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I should extract data from an oracle database. How can I find out which schema are defined in the database? When I do not define any schema in the description of Metadata(), I find no tables. thanks for your help,

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Or maybe I should first ask, is it possible to do such a thing? – user1711699 Oct 1 '12 at 12:37
up vote 5 down vote accepted

Default Oracle schema matches the username that was used in Oracle connection. If you don't see any tables - it means the tables are created in another schema.

Looks like you have two questions here:

1) about Oracle schemas - how to find schema and tables in Oracle

2) about SQLAlchemy reflections - how to specify Oracle schema for table

You can find answer for the first question in many places. I.e. here: http://stackoverflow.com/a/2247758/1296661

Answering second question: Table class constructor has schema argument to specify table's schema if it is different from default user's schema. See more here http://docs.sqlalchemy.org/en/rel_0_7/core/schema.html#sqlalchemy.schema.Table

Here is the python code to answer second question. You will need to setup db connection and table name values to match your case:

from sqlalchemy import Table
from sqlalchemy.ext.declarative import declarative_base

from sqlalchemy import create_engine
engine = create_engine('oracle://<user_name>:<password>@<hostname>:1521/<instance name>', echo=True)
Base = declarative_base()

reflected_table = Table('<Table name>', 
    schema='<Schema name other then user_name>')
print [c.name for c in reflected_table.columns]

p = engine.execute("SELECT OWNER,count(*) table_count FROM ALL_OBJECTS WHERE OBJECT_TYPE = 'TABLE' GROUP BY OWNER");

for r in p:
    print r

Good luck with using sqlschema and reflection feature - it is a lot of fun. You get your python program working with existing database almost without defining schema information in your program.

I'm using this feature with oracle db in production - the only thing I have to define were relations between tables explicitly setting foreign and primary keys.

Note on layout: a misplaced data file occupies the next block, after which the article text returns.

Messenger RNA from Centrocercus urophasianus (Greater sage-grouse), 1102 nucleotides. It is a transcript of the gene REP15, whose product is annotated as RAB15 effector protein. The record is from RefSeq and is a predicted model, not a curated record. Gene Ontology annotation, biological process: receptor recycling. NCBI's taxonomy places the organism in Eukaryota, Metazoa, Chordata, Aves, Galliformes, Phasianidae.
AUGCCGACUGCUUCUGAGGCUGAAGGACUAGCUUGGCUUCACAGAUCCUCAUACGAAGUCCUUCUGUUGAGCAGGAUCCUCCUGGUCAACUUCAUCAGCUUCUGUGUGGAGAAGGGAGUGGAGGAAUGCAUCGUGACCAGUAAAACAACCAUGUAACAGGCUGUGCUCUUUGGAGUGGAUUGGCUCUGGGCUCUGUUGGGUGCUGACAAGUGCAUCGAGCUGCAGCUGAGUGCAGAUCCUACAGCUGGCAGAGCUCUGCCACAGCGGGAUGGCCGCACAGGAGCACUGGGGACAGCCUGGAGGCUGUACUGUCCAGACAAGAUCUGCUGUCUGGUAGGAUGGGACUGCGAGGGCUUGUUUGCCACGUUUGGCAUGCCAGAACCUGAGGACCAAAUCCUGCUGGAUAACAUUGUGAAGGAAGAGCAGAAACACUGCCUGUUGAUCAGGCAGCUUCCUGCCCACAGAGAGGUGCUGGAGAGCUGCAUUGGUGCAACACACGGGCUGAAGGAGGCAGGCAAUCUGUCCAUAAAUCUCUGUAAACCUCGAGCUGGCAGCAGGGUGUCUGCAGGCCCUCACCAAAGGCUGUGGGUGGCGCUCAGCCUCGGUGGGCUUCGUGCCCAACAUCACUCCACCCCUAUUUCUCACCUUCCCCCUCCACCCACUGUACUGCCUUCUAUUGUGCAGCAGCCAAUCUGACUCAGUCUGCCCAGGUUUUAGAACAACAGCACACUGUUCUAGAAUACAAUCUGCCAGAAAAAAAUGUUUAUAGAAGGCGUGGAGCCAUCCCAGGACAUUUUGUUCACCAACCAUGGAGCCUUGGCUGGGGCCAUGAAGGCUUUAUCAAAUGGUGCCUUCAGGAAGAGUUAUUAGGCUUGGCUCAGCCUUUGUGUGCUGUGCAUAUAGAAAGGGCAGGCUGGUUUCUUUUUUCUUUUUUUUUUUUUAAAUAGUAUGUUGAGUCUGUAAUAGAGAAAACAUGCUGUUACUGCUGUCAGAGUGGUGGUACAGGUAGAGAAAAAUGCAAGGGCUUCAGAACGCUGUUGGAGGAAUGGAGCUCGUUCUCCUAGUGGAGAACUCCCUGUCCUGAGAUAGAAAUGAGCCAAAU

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Thank you for your answer. But as I can understand, it is not possible to get a list of all schema from the database without being the database administrator. – user1711699 Oct 5 '12 at 9:47
Usually there is no need to be administrator to get permissions for listing tables and schemas in oracle. It depends what permissions user account has, but normally there are such permissions. Try running this query: SELECT OWNER,count(*) table_count FROM ALL_OBJECTS WHERE OBJECT_TYPE = 'TABLE' GROUP BY OWNER; – vvladymyrov Oct 5 '12 at 13:59
Thank you again. How can I do this in SQLAlchemy? How can I query the whole database? What is the equivalent of 'all_objects' in sqlalchemy? – user1711699 Oct 8 '12 at 8:48
SQLAlchemy is "Python SQL toolkit and Object Relational Mapper that gives application developers the full power and flexibility of SQL." And it is not Oracle Management tool. So there is no any special way of using SQLAlchemy to reflect whole database - you should specify schema. But you can use SQLAlchemy to run the query from my comment. See updated code in my answer. – vvladymyrov Oct 8 '12 at 21:29

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